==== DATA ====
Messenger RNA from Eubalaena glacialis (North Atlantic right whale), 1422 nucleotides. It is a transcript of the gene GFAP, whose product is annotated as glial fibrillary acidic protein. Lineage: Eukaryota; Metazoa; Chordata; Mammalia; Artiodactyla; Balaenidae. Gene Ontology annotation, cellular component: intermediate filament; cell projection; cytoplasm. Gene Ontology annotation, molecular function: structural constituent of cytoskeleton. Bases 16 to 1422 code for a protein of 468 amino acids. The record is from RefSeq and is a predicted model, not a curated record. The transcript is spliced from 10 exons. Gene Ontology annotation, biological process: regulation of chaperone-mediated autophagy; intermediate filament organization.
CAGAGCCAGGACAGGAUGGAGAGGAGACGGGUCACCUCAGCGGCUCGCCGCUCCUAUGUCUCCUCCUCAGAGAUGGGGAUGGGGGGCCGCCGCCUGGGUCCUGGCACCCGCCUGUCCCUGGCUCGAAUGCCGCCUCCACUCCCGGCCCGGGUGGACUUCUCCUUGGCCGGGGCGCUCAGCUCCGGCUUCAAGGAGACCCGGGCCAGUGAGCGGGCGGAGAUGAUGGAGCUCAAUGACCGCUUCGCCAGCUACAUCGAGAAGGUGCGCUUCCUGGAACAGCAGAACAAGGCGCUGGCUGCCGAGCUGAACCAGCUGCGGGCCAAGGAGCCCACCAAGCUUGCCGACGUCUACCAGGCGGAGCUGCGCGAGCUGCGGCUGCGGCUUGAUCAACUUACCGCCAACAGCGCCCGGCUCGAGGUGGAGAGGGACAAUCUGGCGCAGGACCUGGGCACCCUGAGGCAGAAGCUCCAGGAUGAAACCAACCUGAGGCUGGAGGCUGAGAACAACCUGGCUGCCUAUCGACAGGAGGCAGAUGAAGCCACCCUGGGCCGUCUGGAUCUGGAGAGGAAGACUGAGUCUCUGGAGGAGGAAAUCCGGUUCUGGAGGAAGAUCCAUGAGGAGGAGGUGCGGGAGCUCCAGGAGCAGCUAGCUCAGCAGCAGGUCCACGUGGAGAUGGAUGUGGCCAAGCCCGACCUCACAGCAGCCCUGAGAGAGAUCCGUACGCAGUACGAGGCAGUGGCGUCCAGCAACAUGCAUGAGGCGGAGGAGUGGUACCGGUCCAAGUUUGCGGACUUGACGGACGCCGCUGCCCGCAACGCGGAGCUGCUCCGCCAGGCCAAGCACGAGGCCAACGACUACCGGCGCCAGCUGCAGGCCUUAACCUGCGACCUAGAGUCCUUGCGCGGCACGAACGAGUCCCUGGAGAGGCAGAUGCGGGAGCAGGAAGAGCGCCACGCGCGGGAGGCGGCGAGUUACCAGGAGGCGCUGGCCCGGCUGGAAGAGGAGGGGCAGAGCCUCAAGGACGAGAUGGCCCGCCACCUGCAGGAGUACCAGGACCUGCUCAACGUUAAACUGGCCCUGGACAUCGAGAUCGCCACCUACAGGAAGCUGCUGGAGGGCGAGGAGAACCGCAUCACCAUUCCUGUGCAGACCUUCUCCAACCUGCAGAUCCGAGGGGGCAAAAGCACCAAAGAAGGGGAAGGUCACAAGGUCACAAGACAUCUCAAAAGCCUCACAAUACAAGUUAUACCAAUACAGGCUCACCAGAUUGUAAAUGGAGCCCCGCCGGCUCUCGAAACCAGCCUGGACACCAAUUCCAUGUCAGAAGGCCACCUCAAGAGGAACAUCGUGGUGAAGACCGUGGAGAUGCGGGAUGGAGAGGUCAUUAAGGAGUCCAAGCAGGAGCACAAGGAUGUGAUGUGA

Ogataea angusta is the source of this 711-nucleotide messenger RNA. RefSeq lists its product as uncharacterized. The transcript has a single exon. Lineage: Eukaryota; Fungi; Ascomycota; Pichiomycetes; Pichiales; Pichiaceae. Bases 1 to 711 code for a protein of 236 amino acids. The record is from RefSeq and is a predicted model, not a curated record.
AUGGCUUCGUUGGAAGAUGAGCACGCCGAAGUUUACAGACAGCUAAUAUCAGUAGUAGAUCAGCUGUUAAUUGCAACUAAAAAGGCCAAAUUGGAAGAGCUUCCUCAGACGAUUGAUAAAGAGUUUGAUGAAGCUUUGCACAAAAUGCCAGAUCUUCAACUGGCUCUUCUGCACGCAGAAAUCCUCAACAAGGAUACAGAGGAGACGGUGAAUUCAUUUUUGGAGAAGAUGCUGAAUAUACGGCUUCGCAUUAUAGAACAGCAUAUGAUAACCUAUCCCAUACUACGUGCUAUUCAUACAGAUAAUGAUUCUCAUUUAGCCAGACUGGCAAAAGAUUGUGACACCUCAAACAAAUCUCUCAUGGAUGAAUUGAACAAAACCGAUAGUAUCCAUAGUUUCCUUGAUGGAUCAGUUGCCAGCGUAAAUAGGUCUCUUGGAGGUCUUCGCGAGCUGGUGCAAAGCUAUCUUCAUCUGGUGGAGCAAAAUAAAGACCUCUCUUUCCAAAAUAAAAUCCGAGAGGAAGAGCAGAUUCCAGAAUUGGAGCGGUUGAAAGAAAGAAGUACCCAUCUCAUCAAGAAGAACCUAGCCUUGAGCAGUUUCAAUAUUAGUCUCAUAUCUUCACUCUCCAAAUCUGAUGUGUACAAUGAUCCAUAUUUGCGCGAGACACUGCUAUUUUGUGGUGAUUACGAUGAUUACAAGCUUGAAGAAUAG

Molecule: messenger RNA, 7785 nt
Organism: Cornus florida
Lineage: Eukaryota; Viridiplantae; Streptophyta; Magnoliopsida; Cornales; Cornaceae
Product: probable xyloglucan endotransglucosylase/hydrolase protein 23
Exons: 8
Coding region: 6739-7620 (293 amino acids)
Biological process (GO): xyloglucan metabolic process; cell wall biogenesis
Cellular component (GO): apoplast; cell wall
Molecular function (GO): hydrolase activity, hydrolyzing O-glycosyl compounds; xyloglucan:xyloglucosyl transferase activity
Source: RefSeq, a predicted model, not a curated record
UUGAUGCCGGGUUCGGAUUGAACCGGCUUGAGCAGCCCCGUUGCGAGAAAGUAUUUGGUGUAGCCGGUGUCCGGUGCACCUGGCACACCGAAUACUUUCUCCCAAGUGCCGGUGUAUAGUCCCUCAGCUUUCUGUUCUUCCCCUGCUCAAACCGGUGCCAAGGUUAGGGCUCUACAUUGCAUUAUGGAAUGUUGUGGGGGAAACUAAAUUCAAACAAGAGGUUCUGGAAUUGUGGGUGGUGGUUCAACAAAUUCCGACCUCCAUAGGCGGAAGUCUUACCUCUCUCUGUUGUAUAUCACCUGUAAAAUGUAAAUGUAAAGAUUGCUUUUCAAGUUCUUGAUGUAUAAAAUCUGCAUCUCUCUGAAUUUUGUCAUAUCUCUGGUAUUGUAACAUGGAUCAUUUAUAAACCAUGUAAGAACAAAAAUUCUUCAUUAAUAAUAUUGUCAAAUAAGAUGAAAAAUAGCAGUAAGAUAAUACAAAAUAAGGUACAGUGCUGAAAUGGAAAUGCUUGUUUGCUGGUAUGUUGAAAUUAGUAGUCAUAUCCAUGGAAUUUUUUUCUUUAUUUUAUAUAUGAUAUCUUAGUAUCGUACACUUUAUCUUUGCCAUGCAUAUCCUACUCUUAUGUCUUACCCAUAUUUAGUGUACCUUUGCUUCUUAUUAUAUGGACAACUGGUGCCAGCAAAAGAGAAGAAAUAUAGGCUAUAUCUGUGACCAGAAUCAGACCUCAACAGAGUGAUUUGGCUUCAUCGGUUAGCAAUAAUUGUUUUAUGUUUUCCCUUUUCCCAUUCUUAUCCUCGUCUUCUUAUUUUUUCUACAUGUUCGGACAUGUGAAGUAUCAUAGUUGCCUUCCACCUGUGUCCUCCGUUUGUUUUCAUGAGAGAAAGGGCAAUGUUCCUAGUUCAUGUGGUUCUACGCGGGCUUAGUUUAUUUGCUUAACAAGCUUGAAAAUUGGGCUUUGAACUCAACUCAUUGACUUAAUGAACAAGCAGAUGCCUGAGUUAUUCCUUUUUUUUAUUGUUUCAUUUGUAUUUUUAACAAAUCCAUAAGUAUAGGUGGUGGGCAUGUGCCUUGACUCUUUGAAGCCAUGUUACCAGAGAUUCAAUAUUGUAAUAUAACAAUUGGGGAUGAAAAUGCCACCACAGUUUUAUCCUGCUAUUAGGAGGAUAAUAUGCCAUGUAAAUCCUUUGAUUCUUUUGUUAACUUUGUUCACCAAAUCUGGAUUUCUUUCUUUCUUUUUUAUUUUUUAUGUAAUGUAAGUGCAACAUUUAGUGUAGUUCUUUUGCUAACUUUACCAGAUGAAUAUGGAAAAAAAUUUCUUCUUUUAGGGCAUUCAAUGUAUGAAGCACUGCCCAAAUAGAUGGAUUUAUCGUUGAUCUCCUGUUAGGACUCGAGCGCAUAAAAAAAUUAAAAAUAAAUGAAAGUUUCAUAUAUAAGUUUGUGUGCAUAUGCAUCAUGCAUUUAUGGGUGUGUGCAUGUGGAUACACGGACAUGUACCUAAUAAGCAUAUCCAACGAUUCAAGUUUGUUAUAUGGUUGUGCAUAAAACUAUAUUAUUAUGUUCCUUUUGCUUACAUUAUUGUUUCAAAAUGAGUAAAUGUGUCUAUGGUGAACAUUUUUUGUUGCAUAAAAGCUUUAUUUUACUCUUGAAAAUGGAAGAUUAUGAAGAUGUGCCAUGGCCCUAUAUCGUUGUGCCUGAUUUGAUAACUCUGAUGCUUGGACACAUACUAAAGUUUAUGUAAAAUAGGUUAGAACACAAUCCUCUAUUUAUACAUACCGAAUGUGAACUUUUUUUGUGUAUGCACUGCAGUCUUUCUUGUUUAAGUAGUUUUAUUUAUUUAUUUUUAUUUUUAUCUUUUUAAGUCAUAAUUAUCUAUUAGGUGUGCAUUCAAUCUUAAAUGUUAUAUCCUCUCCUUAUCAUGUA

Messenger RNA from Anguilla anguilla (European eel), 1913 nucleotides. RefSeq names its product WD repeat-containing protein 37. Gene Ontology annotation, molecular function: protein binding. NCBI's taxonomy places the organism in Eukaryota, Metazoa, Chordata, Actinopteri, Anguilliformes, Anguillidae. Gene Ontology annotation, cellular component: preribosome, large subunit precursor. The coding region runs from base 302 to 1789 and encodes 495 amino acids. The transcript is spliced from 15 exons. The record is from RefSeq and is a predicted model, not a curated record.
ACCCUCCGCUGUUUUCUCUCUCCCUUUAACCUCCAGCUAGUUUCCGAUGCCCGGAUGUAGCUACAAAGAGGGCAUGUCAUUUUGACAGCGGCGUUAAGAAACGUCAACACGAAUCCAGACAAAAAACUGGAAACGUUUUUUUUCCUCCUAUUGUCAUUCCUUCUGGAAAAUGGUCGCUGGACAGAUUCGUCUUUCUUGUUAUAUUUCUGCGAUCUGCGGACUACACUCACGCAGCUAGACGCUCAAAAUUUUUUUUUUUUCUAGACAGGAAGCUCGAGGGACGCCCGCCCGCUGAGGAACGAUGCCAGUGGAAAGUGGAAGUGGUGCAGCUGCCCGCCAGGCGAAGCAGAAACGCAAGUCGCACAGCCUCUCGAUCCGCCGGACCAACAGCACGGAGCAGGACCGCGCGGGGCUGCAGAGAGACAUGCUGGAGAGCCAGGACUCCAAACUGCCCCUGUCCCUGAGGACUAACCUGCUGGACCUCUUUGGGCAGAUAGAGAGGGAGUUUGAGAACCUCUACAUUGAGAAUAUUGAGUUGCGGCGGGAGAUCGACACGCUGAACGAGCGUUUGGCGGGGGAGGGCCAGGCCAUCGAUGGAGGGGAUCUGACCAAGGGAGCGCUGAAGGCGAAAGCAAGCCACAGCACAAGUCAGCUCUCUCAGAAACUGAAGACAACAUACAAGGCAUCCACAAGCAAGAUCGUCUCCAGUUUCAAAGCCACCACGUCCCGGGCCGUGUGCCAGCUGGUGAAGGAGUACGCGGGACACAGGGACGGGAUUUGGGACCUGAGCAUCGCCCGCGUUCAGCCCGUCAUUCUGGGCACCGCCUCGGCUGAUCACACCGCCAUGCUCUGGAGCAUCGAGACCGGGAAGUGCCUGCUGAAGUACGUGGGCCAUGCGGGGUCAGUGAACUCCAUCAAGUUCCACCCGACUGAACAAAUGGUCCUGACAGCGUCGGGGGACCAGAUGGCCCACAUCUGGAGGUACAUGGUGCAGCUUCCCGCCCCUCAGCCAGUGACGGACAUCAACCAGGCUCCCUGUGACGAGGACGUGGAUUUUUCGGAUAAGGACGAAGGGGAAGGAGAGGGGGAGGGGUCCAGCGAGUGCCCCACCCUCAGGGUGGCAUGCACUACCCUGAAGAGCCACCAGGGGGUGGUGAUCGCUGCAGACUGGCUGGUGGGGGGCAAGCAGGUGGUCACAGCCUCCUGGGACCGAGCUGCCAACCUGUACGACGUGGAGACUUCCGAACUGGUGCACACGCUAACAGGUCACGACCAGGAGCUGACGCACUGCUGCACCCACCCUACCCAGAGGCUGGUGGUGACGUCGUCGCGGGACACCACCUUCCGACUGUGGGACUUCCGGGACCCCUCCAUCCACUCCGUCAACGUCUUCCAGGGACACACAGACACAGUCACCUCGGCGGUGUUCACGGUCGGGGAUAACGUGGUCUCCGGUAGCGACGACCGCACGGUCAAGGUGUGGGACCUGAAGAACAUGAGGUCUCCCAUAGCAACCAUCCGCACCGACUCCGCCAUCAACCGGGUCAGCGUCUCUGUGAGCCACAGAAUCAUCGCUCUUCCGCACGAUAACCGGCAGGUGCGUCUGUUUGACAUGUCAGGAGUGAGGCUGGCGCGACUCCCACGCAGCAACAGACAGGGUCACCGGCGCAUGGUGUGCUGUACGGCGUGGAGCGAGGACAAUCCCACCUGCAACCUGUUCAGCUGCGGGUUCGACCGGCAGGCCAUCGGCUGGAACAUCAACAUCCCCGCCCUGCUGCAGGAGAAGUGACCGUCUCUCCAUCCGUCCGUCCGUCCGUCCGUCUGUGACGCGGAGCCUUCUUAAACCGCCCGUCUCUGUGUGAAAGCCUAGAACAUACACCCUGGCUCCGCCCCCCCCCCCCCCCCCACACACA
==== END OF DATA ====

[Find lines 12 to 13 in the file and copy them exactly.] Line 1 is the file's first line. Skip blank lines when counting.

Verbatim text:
Cellular component (GO): apoplast; cell wall
Molecular function (GO): hydrolase activity, hydrolyzing O-glycosyl compounds; xyloglucan:xyloglucosyl transferase activity